Do virtual attendees have video connections? voice? chat? What kind of bandwidth would need to be available on the client end?

Recommendations should be developed for client-end infrastructure. (To fully participate you need X, Y and Z...)

4.3. Backup connectivity

Virtual attendees need to have some kind of "backup connection" in case their main Internet connection goes out. For instance, a PSTN connection for calling into a session. (This implies that the system hosting the virtual conference can accept connections through different mechanisms.)

4.4. Persistent chat

Whatever system is used should have some kind of "persistent chat" so that when people connect into a given "room" they can scroll back and read through the history. Potentially that history might also include audio or video links.

4.5. Authentication

Today anyone can connect to the remote participation aspects of an IETF meeting. No authentication is required to join a jabber chat room, listen to an audio stream or connect to a Meetecho session. Would that need to change? Would "registration" give you a login to whatever system was used for the meeting? Would you not be able to participate without those login credentials?

4.6. Audio

How do we address issues of lag, stutter, echo and other artifacts of current audio conferencing systems?

Is there a "minimum voice quality" level that is acceptable? (George Michaelson has suggested the telco QDU concept is something to consider.)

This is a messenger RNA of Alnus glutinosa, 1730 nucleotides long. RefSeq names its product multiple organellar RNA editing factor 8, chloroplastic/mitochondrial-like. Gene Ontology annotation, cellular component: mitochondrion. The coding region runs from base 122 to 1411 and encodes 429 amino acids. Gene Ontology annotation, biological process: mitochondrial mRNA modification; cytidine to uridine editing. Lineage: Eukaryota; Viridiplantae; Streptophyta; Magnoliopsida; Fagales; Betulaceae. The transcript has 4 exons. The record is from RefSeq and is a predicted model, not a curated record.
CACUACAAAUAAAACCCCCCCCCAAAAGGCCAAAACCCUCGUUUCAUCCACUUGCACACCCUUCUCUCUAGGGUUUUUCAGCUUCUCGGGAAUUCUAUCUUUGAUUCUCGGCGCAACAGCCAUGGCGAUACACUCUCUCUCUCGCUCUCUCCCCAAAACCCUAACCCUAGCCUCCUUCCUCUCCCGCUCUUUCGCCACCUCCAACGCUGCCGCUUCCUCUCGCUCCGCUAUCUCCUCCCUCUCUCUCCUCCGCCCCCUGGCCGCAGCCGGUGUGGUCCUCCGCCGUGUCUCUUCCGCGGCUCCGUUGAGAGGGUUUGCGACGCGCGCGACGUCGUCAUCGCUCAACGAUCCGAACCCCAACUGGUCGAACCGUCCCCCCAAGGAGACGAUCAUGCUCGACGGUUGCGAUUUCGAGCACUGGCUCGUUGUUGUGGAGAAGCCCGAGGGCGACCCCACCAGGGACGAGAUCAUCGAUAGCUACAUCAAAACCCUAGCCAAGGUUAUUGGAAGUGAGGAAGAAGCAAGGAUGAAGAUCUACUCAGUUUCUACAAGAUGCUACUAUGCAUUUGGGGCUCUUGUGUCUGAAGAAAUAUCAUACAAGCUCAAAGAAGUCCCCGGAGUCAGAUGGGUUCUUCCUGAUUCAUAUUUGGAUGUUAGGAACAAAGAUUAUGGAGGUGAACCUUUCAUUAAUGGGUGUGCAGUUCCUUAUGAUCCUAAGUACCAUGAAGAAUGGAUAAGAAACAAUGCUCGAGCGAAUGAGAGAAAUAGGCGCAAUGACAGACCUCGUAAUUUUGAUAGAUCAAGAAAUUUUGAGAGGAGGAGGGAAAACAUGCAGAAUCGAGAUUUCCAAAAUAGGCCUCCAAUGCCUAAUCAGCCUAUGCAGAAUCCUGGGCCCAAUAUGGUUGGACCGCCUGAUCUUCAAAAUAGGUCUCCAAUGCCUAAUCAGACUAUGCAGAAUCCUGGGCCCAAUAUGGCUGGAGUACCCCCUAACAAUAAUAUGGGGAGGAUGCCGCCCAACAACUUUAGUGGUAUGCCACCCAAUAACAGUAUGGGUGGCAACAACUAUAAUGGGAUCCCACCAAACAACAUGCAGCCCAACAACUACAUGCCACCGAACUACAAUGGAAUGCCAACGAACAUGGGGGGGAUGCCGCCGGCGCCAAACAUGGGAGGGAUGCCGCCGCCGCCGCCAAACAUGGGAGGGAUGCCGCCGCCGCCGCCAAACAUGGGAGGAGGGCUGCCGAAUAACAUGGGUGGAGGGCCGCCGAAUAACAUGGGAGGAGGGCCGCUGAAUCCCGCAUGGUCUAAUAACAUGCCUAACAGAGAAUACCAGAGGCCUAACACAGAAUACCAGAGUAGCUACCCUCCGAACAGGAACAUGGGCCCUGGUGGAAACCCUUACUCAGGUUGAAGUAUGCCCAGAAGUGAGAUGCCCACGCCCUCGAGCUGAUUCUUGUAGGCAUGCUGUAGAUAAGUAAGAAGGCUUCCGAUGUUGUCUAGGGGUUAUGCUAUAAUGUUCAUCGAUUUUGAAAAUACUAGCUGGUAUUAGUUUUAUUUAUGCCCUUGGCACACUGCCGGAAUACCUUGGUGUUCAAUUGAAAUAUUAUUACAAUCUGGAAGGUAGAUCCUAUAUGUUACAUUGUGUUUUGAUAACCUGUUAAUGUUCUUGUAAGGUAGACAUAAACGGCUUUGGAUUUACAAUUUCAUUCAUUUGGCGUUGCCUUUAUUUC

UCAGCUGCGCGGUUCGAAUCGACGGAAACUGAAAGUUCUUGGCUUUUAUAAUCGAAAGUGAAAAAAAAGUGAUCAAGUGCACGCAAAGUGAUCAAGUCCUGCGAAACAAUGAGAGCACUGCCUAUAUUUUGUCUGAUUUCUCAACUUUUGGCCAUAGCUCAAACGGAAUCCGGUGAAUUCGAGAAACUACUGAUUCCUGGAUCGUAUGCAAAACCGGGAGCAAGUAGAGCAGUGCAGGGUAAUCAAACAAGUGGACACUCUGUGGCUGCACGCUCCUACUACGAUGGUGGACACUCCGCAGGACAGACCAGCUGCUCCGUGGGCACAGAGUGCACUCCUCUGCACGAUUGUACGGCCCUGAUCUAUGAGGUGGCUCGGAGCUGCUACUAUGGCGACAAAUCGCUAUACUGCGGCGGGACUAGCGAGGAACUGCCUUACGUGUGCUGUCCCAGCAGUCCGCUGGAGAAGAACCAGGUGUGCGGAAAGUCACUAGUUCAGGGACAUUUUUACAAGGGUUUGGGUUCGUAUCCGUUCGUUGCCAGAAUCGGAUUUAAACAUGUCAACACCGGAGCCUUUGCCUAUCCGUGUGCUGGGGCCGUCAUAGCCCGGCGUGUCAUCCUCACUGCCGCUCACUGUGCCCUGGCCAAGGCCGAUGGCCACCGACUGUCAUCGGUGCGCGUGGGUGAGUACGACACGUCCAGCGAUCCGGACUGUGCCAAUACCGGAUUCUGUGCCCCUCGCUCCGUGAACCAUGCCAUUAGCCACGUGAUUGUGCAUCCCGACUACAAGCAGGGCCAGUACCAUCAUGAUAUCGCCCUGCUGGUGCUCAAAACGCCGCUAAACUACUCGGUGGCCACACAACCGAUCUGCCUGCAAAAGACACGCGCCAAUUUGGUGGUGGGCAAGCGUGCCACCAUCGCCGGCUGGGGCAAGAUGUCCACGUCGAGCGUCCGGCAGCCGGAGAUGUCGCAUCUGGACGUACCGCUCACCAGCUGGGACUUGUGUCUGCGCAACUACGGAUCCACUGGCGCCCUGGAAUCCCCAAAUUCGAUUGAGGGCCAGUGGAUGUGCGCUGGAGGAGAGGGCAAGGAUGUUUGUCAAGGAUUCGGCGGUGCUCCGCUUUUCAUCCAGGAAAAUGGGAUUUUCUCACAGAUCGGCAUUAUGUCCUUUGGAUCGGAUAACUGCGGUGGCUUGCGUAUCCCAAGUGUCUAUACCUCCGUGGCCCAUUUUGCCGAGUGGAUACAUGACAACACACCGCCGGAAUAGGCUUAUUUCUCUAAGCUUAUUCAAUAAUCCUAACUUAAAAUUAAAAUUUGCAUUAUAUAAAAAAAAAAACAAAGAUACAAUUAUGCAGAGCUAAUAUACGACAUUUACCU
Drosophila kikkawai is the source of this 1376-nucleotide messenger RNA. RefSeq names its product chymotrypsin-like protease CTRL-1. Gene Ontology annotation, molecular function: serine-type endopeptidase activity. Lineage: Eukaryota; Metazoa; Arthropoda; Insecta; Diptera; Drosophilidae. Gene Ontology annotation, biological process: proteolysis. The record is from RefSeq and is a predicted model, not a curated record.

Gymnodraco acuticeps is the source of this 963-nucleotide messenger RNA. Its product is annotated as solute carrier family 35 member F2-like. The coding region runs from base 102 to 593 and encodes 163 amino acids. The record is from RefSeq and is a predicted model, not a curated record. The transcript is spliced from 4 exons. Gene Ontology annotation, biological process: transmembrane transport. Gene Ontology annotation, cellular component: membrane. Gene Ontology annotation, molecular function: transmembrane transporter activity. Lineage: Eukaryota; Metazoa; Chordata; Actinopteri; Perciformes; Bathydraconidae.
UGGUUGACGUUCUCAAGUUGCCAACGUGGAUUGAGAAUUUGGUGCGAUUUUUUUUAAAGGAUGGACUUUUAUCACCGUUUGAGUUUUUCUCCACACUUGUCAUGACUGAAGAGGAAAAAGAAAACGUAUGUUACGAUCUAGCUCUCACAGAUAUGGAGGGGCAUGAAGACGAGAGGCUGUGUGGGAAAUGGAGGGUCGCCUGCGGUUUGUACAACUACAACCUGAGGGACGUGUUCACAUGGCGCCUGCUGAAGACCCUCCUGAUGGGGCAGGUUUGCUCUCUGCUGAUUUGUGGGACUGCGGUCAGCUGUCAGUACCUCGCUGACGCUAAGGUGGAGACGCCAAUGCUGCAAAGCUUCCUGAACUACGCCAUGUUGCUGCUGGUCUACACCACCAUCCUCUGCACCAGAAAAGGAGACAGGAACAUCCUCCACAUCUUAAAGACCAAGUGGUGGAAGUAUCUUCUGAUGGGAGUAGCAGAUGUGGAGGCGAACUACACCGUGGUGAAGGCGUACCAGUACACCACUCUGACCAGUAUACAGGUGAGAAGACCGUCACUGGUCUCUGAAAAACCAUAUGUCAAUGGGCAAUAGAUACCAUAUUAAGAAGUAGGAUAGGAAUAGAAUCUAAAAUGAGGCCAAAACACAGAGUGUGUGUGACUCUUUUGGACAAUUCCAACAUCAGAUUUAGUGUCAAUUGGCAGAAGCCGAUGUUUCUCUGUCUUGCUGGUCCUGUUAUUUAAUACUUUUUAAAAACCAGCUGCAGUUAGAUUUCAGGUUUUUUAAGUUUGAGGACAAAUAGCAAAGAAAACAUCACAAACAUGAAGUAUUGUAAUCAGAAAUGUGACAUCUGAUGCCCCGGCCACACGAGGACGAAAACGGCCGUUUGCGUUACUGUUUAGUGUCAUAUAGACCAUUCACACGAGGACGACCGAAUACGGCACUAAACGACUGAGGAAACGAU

4.7. Network Operation Center (NOC)

Where does the NOC "exist" for a completly virtual meeting? What is its role?

5. Administrative

The long-term impact of an idea such as this needs a great deal of further thought.

5.1. Centralized Resources

What is the impact of a virtual meeting on centralized resources such as support staff? What is the full role of the Secretariat during the meeting?

5.2. Finances

The financial model of a completely virtual meeting needs to be understood. What would be the financial costs associated with a meeting?

5.2.1. Initial Investment

Would there need to be an initial investment in infrastructure for the first completely virtual meeting? Would there then be lower costs for the next virtual meeting?

5.2.2. Registration Fees

Would we charge the same amount to attendees as a regular meeting?

Lou Berger sent the following suggestions to the list related to registration fees:

  1. Remote audio feed and jabber participation should continue to be unpaid and unregistered as now
  2. Access to session audio and video recordings should continue to be published as now, without fee or registration
  3. Remote video/audio - registration should be per individual participant (i.e., anyone that speaks/presents) perhaps having hubs include some number of participants.
  4. Non-registered/anonymous video (meetecho) listeners should be allowed, but their mic/text input should be disabled.

5.2.3. Sponsorships

How do sponsorships work with a completely virtual meeting? Would sponsorships be required at the same level as the physical meetings?